Buffalo losing nonstop flights to Albany; NFTA's executive director contacting airlines to see if they will add the route

June 21, 2007

Buffalo travelers heading to Albany will lose nonstop flights early next month.

Continental Airlines confirmed Tuesday its subsidiary, Continental Connections, will eliminate the two daily flights July 7.

"This is the first in our memory that there won't be nonstop service from Buffalo to Albany," said Lawrence Meckler, executive director of the Niagara Frontier Transportation Authority, which operates the Buffalo Niagara International Airport in Cheektowaga.

Meckler said his staff has set up meetings with other airlines to gauge interest in adding the route.

"We're not going to let this rest. We should have direct service between Buffalo and the state capital," Meckler added.

In a study tied to construction of the new airport terminal in 1995, the business community cited New York City and Albany as the top two destinations needing increased service.

Continental, which has offered the nonstop flights between Buffalo and Albany since 1994, said current de

mand is not strong enough.

"Those flights are operated by Commute Air, our Continental Connections partners on that route. It was a business decision on their part," said Continental spokeswoman Mary Clark.

Albany-based Commute Air did not return phone calls about the decision. The small airline has been using 19-seat Beechcraft 1900s on the flights, which depart at 8:10 a.m. and 5:55 p.m. daily.

This is not the first time airline connections between Buffalo and Albany have hit turbulence. US Airways ended its four daily direct flights in April 2005. Over the past two decades, now-defunct regional flyers Mall Airlines, Shuttle America and Mohawk Airlines all made short-lived attempts at nonstop Buffalo-Albany flights.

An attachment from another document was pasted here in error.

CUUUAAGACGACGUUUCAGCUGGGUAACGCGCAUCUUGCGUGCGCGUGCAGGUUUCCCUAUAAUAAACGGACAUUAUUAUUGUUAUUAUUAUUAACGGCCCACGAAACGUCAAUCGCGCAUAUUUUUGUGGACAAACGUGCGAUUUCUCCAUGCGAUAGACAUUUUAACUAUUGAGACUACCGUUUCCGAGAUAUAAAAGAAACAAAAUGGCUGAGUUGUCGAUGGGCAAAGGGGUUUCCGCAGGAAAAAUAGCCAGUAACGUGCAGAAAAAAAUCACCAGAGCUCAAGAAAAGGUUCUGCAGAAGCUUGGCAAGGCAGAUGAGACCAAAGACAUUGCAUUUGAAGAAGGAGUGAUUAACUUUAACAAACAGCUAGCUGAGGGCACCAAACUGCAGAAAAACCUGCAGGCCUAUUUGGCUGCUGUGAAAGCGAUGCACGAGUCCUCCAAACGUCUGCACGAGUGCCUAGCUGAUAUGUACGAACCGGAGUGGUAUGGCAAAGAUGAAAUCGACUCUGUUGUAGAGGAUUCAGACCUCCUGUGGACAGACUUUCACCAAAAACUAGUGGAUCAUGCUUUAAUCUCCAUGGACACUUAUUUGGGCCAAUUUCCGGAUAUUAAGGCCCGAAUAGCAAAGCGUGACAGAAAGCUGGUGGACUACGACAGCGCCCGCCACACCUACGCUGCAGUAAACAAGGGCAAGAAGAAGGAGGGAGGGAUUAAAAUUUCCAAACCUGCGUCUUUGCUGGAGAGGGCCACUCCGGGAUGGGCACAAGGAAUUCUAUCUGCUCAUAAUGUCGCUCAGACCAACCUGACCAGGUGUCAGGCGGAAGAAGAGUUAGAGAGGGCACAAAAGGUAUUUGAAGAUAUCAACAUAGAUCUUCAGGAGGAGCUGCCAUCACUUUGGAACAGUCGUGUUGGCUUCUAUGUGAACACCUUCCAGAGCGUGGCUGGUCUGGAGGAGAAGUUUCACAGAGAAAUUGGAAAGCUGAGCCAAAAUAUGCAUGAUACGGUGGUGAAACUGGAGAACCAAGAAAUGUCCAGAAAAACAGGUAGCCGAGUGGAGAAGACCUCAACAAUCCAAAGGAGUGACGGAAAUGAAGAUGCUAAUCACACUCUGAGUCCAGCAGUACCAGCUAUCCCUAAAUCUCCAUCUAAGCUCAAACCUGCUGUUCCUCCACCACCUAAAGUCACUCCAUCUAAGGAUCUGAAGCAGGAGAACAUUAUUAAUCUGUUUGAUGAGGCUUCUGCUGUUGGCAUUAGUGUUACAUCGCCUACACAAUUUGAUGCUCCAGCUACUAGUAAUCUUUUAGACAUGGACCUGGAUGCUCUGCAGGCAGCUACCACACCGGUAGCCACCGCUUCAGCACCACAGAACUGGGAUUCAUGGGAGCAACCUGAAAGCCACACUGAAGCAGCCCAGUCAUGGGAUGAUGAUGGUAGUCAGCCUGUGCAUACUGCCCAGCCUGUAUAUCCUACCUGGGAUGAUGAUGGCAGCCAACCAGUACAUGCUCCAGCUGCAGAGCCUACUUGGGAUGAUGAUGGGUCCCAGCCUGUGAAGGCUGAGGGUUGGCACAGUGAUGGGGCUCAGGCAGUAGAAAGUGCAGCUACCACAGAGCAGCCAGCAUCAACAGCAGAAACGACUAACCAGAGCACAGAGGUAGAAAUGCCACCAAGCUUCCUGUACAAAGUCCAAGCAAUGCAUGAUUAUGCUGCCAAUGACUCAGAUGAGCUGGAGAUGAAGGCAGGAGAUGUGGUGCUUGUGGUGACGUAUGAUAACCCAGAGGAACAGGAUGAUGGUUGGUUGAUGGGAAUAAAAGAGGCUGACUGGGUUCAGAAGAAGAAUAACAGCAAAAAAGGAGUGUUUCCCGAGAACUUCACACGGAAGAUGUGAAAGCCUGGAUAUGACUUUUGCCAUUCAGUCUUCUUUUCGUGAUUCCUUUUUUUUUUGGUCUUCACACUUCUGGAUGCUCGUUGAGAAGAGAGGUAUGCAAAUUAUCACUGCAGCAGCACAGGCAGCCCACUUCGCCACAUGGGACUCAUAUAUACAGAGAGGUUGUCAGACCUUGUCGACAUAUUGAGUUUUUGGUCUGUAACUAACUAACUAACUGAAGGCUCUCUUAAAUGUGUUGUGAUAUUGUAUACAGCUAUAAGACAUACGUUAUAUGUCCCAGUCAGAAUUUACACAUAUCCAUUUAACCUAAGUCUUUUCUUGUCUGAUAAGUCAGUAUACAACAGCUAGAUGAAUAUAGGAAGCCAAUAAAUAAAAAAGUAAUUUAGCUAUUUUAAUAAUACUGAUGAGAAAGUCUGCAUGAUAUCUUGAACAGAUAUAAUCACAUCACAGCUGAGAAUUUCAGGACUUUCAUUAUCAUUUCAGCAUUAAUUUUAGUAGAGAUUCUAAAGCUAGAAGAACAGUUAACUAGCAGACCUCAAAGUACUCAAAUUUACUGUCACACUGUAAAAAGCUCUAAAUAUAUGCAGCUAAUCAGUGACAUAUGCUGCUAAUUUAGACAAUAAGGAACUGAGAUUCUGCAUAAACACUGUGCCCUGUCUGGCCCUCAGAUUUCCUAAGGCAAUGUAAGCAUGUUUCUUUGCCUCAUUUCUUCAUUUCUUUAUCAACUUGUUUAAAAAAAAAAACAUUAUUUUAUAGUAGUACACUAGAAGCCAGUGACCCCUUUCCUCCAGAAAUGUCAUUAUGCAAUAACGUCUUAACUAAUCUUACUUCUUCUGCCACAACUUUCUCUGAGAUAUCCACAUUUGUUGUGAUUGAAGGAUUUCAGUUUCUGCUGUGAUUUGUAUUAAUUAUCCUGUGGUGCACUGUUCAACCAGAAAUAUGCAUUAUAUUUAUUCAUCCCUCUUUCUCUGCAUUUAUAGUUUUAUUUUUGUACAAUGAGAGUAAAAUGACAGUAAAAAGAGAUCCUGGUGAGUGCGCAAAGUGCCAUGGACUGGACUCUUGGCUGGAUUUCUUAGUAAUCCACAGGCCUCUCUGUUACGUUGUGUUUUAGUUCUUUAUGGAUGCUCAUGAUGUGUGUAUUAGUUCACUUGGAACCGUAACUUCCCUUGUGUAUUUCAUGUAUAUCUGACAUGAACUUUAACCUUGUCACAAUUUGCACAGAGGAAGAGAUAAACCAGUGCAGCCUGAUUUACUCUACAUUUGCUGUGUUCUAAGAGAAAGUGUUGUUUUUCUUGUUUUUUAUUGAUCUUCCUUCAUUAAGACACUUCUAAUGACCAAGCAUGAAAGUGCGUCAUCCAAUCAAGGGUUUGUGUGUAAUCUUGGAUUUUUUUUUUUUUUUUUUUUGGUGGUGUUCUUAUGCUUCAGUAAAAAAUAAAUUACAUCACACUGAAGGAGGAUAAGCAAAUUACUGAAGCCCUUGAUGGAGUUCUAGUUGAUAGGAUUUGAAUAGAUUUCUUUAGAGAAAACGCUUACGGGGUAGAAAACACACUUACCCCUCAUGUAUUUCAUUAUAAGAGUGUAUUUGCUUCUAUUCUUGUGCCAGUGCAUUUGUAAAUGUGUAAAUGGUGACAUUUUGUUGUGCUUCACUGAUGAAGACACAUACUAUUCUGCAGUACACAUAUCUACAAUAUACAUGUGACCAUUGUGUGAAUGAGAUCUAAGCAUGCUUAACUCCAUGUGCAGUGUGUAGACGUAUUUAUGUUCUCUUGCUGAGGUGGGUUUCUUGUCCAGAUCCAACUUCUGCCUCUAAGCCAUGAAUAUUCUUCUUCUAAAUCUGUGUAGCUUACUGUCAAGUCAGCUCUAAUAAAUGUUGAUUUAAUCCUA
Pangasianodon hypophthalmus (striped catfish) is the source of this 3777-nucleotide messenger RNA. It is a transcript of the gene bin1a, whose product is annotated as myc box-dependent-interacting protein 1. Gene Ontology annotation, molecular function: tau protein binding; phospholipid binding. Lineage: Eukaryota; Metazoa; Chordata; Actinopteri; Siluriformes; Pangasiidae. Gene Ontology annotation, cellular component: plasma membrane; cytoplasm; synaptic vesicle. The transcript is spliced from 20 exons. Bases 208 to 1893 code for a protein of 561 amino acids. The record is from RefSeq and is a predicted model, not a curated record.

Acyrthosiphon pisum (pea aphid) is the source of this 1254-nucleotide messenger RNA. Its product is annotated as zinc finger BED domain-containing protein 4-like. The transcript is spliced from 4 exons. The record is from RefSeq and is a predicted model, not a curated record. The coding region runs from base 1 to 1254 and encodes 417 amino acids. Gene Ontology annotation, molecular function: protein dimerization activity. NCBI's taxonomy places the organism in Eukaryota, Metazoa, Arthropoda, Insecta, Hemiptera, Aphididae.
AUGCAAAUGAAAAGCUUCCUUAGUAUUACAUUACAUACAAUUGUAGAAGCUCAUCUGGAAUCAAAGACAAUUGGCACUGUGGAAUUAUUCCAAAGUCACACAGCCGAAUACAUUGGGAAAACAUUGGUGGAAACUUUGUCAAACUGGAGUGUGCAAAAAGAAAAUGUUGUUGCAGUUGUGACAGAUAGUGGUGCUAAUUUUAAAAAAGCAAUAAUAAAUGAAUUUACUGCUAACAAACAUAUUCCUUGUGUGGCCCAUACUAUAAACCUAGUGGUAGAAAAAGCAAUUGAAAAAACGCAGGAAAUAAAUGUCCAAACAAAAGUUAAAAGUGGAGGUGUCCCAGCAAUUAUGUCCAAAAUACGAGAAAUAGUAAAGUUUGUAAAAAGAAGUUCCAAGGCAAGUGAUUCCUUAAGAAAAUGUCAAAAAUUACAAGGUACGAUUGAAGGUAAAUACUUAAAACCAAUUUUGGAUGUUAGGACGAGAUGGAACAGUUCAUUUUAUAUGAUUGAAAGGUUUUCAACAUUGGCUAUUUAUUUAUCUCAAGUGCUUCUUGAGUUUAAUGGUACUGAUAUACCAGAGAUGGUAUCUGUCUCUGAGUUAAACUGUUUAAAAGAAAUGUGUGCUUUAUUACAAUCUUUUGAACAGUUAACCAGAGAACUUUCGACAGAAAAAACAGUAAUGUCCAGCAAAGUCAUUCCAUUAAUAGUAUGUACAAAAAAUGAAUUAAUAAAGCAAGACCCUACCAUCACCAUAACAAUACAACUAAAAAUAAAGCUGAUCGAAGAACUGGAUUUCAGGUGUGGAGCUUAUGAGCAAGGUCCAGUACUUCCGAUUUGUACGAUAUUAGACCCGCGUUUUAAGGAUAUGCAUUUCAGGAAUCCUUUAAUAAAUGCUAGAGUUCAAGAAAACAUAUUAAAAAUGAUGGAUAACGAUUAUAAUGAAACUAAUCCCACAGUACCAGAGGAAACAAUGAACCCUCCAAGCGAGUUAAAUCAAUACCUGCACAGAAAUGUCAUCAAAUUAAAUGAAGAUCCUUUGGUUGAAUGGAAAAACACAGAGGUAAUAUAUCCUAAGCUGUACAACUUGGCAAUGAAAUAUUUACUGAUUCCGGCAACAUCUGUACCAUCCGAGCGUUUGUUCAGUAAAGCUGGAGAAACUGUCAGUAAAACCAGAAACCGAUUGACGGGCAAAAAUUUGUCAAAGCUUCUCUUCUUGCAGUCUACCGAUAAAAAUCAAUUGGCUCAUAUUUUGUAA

Assemblyman Sam Hoyt, D-Buffalo, for whom Buffalo-Albany trips are a way of life, described the end of the flights as "disappointing," but said he doesn't blame the airline.

"I'd say it's a market-driven decision," Hoyt said. "If the demand was there and there was money to be made, other airlines would be jumping in."

Hoyt, who occasionally flies or takes Amtrak to get back and forth to Albany, said he prefers driving the Thruway.

"After you get to the airport an hour early, take the flight and then drive from the airport to downtown Albany, you've put in over three hours," the lawmaker said. "I can do the drive in under 4 1/2 and use my cell phone to get a lot of work done."

He also noted that the drive, even with increasing gas prices, costs substantially less than the $390 that Continental currently charges for a round-trip.

While nonstop service soon will be history, Albany-bound passenger will continue to have several choices via Continental, Delta and United airlines, as well as USAirways.

The flights, which connect through Philadelphia, New York City and Washington, D.C., range in price from $248 to $573, and take 3 1/2 to seven hours.

Continental initially introduced the nonstop flights as part of its early 1990s "Peanuts Fares" promotion, enticing flyers with $99 fares.

e-mail: slinstedt@buffnews.com

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